LONDON: Advertising costs will rise sharply in China, India and Russia over the next year while remaining broadly static or falling in developed countries according to Warc's latest Media Inflation Forecast.

The study covers eleven key markets – Australia, China, France, Germany, India, Italy, Japan, Russia, Spain, the UK and the US – and is based on a poll of four global media agencies regarding whether media prices, in terms of the cost of reaching 1,000 adults, are likely to rise or fall. (Warc subscribers can view detailed figures here.)

Media inflation is projected to be highest in China, where double-digit increases are expected across all media in both 2013 and 2014. In particular, the cost of a typical 30-second television spot is believed to have risen 19% this year and is set to increase by a further 17% in 2014.

Higher TV rates are also predicted for Russia and India. But while Russian growth will be steady, at 10% in 2013 and 9% in 2014, India is more volatile, with 8% growth in 2013 followed by 18% in 2014.

The situation in India has been complicated by the regulator there limiting television advertising to 12 minutes per hour, a decision which is currently the subject of a legal challenge by a group of news channels.

Across the other eight countries considered, television advertising costs in 2013 are expected to have fallen 5% in Italy, with the US and UK also in negative territory on -1%. Australia is flat, while the remainder range from 1% to 3%. By 2014, all will be growing modestly.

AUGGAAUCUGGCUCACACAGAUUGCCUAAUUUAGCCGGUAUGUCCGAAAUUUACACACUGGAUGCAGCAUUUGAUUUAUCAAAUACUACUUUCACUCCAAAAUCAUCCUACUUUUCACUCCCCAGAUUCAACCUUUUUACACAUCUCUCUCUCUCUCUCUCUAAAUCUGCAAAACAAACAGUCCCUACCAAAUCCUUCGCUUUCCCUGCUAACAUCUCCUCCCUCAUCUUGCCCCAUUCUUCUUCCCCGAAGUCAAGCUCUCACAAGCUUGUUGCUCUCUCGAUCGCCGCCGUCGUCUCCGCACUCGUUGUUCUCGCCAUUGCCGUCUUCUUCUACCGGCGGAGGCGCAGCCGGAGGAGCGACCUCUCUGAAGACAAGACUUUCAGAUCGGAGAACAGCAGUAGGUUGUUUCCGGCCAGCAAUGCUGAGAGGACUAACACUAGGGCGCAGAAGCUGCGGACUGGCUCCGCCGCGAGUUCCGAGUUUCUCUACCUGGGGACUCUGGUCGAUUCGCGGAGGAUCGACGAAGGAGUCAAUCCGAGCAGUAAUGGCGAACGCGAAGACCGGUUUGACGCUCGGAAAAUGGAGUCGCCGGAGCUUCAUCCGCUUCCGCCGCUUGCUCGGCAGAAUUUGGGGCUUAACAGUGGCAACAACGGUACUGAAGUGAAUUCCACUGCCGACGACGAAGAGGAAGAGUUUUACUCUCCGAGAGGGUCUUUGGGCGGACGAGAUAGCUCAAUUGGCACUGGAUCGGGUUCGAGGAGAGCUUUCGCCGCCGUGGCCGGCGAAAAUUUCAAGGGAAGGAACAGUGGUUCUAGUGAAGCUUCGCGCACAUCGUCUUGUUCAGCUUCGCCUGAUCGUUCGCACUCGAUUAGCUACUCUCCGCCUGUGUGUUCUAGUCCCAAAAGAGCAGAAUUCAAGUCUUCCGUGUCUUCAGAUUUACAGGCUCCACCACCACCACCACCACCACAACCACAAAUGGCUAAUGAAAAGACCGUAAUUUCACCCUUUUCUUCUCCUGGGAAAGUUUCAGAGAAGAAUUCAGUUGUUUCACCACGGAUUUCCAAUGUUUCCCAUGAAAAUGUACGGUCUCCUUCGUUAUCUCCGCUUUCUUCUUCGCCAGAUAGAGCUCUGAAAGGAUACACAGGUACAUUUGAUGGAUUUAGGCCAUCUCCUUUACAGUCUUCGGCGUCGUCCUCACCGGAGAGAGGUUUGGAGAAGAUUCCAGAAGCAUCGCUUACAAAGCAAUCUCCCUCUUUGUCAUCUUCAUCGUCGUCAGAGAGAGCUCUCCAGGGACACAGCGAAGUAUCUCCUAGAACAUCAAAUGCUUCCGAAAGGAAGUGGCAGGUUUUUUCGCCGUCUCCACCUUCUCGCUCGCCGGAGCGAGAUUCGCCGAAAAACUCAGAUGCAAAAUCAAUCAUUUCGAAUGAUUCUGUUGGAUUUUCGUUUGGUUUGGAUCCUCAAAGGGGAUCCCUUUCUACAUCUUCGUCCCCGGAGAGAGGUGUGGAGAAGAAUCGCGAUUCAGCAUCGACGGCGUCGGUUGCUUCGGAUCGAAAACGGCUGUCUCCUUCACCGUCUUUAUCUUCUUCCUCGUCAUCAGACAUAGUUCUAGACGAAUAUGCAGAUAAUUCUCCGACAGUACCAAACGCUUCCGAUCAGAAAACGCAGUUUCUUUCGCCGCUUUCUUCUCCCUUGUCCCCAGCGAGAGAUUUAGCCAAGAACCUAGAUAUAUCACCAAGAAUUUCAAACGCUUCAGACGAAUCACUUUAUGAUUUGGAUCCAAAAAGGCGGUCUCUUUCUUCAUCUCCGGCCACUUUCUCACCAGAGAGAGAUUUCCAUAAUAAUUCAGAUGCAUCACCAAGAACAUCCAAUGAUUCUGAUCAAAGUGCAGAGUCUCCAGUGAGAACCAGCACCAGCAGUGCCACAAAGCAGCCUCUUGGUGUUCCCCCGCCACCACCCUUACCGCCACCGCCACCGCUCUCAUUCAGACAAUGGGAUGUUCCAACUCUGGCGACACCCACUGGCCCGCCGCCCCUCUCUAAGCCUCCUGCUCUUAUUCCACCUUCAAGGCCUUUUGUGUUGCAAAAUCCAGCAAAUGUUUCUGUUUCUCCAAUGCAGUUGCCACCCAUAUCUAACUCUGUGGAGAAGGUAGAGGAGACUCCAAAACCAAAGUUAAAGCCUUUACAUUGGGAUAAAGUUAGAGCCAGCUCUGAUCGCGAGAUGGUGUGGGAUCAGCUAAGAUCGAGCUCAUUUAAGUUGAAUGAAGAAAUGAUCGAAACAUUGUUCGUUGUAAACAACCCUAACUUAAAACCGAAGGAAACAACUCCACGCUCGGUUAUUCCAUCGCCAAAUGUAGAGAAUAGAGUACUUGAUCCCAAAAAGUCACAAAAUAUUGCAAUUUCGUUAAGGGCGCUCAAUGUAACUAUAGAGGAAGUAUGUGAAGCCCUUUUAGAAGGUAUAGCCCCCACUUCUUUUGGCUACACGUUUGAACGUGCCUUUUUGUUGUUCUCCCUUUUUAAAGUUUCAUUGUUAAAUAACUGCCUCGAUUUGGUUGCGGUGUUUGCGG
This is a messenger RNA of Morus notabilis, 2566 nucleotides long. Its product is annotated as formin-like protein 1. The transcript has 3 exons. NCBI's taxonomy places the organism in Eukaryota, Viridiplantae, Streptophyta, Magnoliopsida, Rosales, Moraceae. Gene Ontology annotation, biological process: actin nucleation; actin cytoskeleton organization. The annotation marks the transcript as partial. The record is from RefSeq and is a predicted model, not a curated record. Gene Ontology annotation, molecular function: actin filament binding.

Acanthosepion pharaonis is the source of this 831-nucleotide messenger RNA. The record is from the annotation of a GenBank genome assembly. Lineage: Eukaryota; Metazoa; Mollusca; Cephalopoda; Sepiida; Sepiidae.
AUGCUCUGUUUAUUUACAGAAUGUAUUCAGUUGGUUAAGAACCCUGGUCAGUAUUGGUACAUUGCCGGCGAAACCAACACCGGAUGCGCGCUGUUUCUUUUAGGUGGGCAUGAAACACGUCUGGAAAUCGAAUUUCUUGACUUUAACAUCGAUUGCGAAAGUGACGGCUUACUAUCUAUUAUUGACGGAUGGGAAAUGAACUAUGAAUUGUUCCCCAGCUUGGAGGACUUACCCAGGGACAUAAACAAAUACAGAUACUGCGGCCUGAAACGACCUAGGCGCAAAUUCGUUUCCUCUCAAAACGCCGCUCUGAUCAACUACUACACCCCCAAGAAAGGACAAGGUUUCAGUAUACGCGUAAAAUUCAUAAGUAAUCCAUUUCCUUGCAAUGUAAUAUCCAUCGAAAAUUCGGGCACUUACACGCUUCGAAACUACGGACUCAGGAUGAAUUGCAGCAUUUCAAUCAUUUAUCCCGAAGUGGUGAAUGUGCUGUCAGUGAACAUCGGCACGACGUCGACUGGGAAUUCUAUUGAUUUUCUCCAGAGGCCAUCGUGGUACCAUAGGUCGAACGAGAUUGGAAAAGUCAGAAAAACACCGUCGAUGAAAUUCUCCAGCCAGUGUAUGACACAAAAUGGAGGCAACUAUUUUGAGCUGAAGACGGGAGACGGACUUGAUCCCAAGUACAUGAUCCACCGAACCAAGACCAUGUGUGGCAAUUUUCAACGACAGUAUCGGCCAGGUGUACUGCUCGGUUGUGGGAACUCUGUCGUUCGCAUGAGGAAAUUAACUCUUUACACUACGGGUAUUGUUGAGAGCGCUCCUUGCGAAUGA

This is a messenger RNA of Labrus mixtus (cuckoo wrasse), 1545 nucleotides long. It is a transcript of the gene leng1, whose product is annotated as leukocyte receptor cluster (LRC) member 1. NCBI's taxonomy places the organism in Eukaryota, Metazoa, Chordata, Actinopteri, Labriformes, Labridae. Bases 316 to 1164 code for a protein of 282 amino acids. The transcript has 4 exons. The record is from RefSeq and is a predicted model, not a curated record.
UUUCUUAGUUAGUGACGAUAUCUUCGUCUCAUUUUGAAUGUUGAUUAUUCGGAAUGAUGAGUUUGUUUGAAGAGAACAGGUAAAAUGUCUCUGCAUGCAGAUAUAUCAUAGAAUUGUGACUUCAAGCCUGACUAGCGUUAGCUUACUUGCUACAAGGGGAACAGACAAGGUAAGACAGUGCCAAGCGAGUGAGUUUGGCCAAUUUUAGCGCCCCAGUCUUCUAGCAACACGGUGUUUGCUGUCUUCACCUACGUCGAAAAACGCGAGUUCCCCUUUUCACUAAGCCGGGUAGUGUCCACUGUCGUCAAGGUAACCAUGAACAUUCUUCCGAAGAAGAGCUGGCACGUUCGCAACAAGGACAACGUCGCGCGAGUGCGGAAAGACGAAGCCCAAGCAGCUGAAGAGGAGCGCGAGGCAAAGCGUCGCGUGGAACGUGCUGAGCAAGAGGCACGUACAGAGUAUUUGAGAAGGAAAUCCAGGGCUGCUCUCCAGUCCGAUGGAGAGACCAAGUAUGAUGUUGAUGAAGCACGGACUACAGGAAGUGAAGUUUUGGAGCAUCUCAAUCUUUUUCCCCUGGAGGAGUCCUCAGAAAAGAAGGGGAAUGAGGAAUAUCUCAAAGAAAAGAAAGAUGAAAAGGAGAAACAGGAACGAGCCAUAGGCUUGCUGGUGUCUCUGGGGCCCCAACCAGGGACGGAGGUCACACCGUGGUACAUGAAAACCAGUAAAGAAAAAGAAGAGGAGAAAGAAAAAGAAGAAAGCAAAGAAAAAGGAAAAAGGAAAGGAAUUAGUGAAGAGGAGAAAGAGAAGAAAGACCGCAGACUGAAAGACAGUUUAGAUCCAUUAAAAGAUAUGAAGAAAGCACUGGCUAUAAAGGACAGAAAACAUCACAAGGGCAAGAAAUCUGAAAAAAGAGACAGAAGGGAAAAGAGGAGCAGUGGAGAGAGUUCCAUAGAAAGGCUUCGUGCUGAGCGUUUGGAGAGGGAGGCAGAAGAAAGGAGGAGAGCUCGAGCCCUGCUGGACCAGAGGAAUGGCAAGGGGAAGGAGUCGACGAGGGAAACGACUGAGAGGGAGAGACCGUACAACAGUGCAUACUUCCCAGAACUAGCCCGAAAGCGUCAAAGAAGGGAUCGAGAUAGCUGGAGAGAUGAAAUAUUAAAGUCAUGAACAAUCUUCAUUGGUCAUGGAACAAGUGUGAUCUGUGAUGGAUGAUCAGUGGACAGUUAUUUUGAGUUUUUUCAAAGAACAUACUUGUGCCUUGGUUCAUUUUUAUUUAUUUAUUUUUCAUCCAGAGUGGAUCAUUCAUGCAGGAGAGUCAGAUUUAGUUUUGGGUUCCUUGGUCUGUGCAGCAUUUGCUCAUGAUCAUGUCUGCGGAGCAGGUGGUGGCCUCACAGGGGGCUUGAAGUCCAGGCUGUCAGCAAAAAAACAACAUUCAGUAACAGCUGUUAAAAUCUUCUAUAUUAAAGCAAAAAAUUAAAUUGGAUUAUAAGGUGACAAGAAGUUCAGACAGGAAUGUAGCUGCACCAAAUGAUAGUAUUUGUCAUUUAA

A similar pattern is evident for online banner ads of 468 x 60 pixels, where the cost per thousand is predicted to have increased by 15% in 2013 in both China and Russia, and by 11% in India. But costs have declined in Australia (-4%), France (-3%) and Spain (-1%), with the remaining countries registering figures of between 0% and 3%,

This picture for online is expected to be repeated in 2014, when costs in Russia (+15%) will grow slightly faster than China and India (both on +11%). But Australia will see a further decline (-5%) while the US and France (both on -1%) will also creep into negative territory. Again, the rest will see weak growth of between 1% and 5%.

China is also the only market where print media costs are expected to rise significantly, at between 10% and 12% over this year and next.

Data sourced from Warc, Livemint